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ASSOCIATES OF MAHATMA GANDHI > VINOBA BHAVE > MY DEAR PRANAV > Add Emotions into your thoughts

Add emotions into your thoughts

11th March, 1990

My dear Pranav,

Vinoba had his own way with words. Whatever work we do we must put our emotions into it. Otherwise, it becomes drudgery. He explains it this way. A currency note is a piece of paper, When you invest it, stamp it with the emblem, it becomes valuable. We must invest or stamp our emotions in our work to make it valuable (1).

What is an idol? It is a piece of stone or wood or metal. By putting my emotions into its sculpting, I make it an idol of God. I have made a piece of stone into God. Stone can be broken, but how can you break my emotion? That is the beauty of Idol worship. The moment I remove my emotions from the idol, it becomes again a piece of stone, metal or wood.

Whatever we do, we must do with feeling. If you give wages, you take the work and pay the money. It is an exchange. But if you give dakshina (offering), it has to be given with water as required by custom. Your action or work must also be made moist or tender with your emotions. Then alone it becomes an offering. It becomes more than just giving.

An approach, attitude or emotion towards your work makes all the difference, Vinoba explains it still further. Two people go to the bank of the river Ganga. The water of Ganga is H2O for one person. He takes a bath and cleans his body; he obtains from that bath only physical cleanliness. The other person while taking a bath in the same river imagines that this Ganga was born at the feet of Vishnu, passed through the hair of Siva hundreds of risis and munis have taken bath in it for hundreds of years. Many great events have taken place on its banks. I am bathing in such water of Ganga (which is only H2O for the other person). The other person not only gets cleaned physically but he reaches a higher level of thinking. He takes a bath along with this emotional cleansing. His mind also gets clean with his body. The same action gives different benefits to different people. This way, even a dirty bull takes a bath in the Ganga and gets an H2O benefit of physical cleaning, but he cannot get this higher satisfaction.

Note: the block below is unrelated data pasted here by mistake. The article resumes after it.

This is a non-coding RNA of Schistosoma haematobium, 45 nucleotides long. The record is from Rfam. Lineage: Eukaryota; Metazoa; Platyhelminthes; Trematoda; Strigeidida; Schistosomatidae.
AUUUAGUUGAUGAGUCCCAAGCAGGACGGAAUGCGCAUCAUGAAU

Vinoba thereafter says that when someone wears khadi, he not only satisfies his physical need of covering his body, but also keeps the home fires burning in many a poor weavers' houses. He helps them eat at least once a day. He wears enough khadi cloth with this emotional involvement. A woman who offers water to tulsi before eating is joining herself to the total living creation in the world. By her action she becomes aware of the ecosystem around her.

Vinoba explains a lot of rituals in this way and invests them with a deeper meaning. You can find more in such things when you think about them. This is the beauty of the sutras in Hindu thought.

As a Hindu, you are not bound by a book or a word. You can interpret words in your own way. That is why ideas have always remained totally free in India. Different philosophies and ideas have flourished together. All of them are right, from one view point or another.

With love,

Yours,

L. N. Godbole